Nature and biodiversity
The Alpine and subalpine ecosystems of the Australian Alps national parks are unique. Climate, landforms and soils vary as altitude increases and so create a variety of environments where different plants grow together in communities. These in turn provide habitats for a wide range of wildlife.
Many of these plants and animals are found nowhere else in the world and their uniqueness demands their preservation.
There exists a very small amount of alpine and sub-alpine terrain in Australia. For Australians, the area is unique and highly valued for its environmental, cultural, historic and recreational significance. Today most of the Australian Alps lie within national parks with state and federal governments work cooperatively to manage these reserves as one biogeographical area.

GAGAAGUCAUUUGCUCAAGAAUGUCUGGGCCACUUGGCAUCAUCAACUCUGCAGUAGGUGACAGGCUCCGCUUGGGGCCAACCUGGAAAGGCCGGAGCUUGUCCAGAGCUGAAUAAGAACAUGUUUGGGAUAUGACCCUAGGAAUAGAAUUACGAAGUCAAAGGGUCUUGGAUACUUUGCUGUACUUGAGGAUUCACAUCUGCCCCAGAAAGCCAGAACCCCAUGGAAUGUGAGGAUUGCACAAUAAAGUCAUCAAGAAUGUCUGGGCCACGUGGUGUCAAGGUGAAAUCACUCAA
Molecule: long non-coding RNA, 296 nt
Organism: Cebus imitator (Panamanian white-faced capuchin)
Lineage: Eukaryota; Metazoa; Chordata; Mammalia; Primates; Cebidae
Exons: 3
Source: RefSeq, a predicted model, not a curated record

Conservation in the alps
Nature conservation is now recognised by governments as the most important land use for the Australian Alps. National parks are an accepted way to manage the land for conservation. The Australian Alps national parks now includes two parks in the ACT, four in NSW and five in Victoria.
It is accepted that in order to do the best for the environment, the land should be managed jointly as one biogeographical region, regardless of whether land crosses different State and Territory borders.